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Alex Kurt July 29, 2014 TWEET COMMENTS 16

The Beards of Ultrarunning

Fear the beard. Or admire it. At the very least, envy it.

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Photo by Brett Rivers/San Francisco Running Company

Trail runners are cut from a different cloth than their clean-shaven brethren on the roads. And the longest events on the trails pull another type of eccentric breed entirely.

Maybe it’s because beard-growers are tough and strong; maybe it’s because a lot of ultrarunners want the competition to think they are tough and strong. Whatever the reason, the “ultra beard” – that phenomenon occurring when ultrarunning meets facial hair – has never been more popular. Here are a few of our favorite examples:

 

Fastest Beard: Rob Krar

2014 Western States 100 Champion; 2013 TNF 50 San Francisco and UROC 100k Champion

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Photo by Tanner Johnson

In addition to powering along its proprietor to a win in nearly every race he enters, Rob Krar’s beard flows with the same kind of well-maintained-yet-effortless look that your favorite band emanates with their clothing.

The legend of his beard has grown almost as fast as that of Krar’s racing prowess, and it has its own Twitter account (@RobKrarsBeard) to prove it. Krar admits he grew the beard to improve his chances of courting his now-wife Christina Bauer and “coaxing her to move from Salt Lake City for Flagstaff,” where Krar was (and is) based.

Whatever its origins, this beard is responsible for bringing oversized facial hair into the mainstream of ultrarunning. “Fashion will come and go,” Krar says. “But I’ll keep it as long as it feels right.”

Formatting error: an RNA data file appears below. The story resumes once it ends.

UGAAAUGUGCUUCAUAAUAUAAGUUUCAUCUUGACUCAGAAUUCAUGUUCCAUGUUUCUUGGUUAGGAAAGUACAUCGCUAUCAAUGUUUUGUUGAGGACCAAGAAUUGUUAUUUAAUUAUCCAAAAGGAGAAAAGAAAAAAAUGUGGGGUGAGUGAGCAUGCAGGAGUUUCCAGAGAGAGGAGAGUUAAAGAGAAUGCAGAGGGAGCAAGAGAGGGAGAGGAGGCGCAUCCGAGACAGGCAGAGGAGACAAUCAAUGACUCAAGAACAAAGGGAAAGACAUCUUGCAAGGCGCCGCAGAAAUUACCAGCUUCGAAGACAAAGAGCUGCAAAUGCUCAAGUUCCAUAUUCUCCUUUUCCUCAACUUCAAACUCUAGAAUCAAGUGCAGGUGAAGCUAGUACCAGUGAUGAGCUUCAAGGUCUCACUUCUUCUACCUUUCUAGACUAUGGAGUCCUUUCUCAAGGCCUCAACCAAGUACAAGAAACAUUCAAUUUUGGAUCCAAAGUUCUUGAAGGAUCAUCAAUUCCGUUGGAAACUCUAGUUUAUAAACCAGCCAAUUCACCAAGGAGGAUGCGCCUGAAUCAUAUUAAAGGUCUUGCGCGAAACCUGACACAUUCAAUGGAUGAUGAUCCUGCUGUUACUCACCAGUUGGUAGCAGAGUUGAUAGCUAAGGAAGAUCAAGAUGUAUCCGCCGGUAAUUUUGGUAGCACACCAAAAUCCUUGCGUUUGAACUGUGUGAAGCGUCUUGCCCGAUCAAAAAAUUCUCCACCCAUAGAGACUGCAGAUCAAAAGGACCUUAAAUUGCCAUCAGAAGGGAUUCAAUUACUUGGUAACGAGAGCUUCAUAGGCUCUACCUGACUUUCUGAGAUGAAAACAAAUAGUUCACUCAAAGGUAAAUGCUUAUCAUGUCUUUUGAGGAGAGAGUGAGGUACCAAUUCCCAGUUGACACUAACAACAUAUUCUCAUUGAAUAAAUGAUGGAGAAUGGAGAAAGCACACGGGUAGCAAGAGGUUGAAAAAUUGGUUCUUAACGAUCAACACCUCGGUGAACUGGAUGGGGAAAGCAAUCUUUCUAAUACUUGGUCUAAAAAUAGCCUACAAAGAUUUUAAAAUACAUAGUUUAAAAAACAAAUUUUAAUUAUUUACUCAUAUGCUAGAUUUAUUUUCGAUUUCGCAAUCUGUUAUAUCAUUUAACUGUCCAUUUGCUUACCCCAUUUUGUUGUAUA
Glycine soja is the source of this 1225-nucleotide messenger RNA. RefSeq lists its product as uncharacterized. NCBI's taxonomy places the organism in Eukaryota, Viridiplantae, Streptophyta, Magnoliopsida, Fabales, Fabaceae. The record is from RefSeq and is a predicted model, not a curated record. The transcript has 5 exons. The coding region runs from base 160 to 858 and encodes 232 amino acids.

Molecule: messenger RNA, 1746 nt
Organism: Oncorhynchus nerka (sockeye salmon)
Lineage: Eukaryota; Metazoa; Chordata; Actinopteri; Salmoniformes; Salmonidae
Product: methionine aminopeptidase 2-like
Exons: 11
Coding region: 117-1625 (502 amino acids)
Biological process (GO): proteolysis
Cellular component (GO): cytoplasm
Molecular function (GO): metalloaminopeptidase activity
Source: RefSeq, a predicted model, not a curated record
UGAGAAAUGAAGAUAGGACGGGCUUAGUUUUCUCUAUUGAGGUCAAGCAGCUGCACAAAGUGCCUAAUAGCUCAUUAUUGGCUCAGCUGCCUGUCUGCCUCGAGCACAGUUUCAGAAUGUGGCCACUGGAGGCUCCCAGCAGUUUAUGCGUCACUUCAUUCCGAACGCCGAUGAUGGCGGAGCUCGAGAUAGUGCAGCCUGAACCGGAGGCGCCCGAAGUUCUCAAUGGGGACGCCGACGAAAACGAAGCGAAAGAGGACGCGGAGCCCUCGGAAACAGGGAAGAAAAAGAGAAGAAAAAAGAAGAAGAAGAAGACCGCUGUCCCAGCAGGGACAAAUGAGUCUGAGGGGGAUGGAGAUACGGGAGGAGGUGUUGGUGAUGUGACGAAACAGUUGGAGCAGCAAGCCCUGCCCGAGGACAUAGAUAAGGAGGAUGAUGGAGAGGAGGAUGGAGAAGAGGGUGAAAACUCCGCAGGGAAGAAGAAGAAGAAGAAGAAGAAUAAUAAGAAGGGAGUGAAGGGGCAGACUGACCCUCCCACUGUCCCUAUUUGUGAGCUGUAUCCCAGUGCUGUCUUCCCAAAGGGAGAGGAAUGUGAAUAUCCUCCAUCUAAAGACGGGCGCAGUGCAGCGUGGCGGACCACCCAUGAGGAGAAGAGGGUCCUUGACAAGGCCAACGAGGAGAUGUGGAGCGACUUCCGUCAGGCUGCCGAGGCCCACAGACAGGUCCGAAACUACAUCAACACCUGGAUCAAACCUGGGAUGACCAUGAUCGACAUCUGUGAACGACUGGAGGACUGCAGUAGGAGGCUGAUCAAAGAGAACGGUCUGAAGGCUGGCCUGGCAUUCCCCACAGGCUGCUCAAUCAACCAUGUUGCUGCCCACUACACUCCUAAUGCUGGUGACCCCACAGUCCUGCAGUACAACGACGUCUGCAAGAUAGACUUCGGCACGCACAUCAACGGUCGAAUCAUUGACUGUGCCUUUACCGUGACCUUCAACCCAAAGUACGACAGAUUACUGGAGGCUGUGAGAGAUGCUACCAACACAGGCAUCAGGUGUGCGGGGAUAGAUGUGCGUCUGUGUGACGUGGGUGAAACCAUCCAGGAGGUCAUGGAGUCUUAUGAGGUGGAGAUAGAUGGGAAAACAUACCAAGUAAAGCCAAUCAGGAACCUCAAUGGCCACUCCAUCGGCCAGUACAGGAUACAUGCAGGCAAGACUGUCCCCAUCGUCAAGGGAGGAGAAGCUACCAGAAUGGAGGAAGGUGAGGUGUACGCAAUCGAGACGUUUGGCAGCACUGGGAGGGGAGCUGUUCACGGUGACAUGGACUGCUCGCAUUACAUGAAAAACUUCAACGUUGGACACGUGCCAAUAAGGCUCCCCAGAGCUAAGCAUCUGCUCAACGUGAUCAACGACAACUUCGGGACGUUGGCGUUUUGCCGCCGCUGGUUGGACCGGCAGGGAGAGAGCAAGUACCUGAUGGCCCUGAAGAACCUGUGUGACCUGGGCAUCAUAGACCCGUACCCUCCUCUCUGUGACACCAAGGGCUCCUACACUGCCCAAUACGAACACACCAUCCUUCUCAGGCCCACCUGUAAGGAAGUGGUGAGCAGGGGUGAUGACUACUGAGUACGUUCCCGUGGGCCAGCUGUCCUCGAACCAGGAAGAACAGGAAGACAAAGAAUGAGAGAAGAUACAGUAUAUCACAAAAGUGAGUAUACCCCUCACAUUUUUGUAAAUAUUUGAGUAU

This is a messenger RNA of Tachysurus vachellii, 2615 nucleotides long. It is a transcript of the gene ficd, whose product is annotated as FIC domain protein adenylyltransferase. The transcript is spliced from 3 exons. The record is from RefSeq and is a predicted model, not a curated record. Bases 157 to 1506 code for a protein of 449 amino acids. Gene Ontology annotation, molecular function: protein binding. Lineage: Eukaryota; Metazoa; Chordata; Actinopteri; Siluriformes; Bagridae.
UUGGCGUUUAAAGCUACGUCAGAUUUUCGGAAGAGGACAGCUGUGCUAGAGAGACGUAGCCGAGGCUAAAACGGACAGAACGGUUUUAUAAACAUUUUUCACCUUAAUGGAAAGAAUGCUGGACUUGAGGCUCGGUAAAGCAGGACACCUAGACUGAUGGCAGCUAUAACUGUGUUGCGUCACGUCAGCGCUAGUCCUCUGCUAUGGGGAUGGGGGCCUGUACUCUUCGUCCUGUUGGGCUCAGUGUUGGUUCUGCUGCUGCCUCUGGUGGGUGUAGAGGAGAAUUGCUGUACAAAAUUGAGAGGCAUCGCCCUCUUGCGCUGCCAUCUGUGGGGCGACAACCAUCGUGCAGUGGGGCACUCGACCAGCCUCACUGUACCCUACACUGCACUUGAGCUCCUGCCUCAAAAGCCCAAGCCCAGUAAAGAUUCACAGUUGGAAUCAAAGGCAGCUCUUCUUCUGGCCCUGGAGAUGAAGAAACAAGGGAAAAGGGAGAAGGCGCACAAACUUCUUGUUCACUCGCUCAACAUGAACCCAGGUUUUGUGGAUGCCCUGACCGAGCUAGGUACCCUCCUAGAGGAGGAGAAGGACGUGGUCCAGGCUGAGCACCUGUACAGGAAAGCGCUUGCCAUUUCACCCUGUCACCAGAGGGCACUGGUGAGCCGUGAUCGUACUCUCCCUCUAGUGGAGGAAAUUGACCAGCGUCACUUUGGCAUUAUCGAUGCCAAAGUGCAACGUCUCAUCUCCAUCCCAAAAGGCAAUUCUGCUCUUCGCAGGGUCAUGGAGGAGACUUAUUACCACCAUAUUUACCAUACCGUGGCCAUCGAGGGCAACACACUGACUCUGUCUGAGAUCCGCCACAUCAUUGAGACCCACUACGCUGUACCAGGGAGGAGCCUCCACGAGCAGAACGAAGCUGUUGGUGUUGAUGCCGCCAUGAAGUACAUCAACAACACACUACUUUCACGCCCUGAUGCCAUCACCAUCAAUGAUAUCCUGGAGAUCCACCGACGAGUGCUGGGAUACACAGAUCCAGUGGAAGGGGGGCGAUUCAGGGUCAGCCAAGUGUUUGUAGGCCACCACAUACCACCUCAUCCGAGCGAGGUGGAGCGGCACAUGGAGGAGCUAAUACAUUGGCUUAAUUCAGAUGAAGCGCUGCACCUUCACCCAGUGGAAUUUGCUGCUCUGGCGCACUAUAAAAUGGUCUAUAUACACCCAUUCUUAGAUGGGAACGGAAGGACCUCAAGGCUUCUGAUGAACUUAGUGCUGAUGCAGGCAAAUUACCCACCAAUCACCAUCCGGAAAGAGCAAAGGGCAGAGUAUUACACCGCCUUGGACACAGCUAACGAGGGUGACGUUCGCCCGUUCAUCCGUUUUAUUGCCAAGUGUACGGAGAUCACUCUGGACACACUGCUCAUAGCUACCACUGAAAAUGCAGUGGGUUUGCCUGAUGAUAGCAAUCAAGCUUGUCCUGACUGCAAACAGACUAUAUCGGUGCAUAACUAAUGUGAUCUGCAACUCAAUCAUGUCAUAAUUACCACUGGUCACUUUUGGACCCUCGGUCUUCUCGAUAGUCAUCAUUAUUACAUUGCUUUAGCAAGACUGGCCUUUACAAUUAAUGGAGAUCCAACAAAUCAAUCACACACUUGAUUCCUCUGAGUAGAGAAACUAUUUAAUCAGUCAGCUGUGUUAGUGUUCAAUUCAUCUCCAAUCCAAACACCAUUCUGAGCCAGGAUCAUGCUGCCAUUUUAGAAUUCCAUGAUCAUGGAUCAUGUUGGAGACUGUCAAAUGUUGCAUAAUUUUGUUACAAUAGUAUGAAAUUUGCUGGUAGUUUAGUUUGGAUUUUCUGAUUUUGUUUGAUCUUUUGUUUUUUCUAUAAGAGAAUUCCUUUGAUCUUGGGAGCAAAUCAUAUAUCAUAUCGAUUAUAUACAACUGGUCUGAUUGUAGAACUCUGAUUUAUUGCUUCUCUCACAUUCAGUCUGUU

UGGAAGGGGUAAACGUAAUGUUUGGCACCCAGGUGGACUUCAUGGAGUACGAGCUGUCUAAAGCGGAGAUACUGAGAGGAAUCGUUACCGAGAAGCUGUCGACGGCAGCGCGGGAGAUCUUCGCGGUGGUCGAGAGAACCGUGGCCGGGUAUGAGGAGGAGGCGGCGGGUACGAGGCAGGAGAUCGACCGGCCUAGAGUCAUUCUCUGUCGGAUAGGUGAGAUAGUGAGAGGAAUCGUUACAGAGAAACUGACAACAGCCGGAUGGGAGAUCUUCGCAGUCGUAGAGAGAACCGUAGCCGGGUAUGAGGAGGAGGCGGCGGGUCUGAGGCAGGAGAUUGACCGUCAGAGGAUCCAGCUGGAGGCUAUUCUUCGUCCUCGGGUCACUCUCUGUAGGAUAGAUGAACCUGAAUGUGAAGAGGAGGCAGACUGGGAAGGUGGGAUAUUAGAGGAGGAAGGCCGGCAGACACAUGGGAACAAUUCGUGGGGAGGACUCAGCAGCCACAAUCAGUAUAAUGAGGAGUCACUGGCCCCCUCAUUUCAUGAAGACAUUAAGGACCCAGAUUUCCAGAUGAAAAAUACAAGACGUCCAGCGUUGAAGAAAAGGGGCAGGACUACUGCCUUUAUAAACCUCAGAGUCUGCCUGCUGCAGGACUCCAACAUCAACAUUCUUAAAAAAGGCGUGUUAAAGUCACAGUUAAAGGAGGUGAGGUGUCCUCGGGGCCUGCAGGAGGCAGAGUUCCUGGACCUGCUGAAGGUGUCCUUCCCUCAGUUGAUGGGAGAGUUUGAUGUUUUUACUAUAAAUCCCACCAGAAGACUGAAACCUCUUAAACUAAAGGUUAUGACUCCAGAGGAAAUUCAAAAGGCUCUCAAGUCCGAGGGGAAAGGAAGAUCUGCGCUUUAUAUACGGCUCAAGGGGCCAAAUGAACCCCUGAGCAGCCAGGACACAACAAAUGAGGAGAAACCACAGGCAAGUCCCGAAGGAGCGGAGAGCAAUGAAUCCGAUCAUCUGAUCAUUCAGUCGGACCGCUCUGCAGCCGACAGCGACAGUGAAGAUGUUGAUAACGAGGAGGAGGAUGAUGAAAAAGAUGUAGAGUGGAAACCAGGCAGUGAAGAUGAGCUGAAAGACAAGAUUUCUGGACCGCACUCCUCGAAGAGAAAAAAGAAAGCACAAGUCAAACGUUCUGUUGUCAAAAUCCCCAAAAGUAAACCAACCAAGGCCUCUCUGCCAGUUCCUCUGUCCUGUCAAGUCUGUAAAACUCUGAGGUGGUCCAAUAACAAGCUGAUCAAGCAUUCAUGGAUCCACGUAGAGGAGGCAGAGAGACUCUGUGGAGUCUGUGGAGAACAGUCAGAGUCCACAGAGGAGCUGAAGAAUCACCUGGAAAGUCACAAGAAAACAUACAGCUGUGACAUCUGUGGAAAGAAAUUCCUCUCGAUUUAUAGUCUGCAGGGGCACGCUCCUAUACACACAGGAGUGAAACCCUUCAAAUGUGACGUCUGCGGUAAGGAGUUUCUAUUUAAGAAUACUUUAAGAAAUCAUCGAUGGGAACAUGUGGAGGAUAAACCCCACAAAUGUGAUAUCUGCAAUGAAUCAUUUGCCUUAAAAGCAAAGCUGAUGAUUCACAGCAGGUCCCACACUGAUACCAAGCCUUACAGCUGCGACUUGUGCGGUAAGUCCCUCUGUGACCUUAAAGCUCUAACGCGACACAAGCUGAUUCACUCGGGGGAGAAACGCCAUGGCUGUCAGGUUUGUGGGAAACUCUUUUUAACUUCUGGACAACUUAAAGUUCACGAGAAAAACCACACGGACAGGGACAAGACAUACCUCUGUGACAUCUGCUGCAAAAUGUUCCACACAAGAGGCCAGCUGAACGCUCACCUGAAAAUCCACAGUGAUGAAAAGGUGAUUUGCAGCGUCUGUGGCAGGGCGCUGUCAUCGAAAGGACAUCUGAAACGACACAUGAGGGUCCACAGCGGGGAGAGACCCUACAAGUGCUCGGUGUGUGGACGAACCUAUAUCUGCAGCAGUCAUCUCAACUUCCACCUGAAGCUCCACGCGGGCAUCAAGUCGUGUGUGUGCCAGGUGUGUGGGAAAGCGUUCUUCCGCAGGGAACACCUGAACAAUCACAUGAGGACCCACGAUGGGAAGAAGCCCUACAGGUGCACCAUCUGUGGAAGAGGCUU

Most Voluminous Beard: Leon Lutz

Contributor, iRunFar.com

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Photo by iRunFar.com/Bryon Powell

At first, growing a beard (if you can pull it off) is great. You are complimented left and right for, in essence, doing nothing. Quite the opposite: you are neglecting a component of your hygiene. No one praises you for not paying your bills, or for your tartar buildup. Beards are a loophole in an otherwise demanding world.

To a point. If your beard grows long enough, it becomes more work than just about anything in your life. Maintaining its shape (and smell) can be as big of tasks as coaxing the bed-beard out of your face after waking up every morning.

For this reason, Leon Lutz and his very large, very long beard deserve special praise – beyond his win in the sideburns category in the 2009 New York City Beard and Mustache Competition. There is more to it than simply throwing away your razor.

 

Best-Groomed Beard: Hal Koerner

2012 Hardrock 100 Champion; 2007 and 2009 Western States 100 Champion; Owner, Rogue Valley Runners

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Photo by Brett Rivers/San Francisco Running Company

In a sport that often glorifies the dirtbag lifestyle, Hal Koerner always seems a little different. A little too…put together. A little too clean.

But between applications of hair gel and Axe Body Spray, he meticulously trims and shapes his beard to a well-tapered state of perfection. The result is that win or lose, Hal does it in style.



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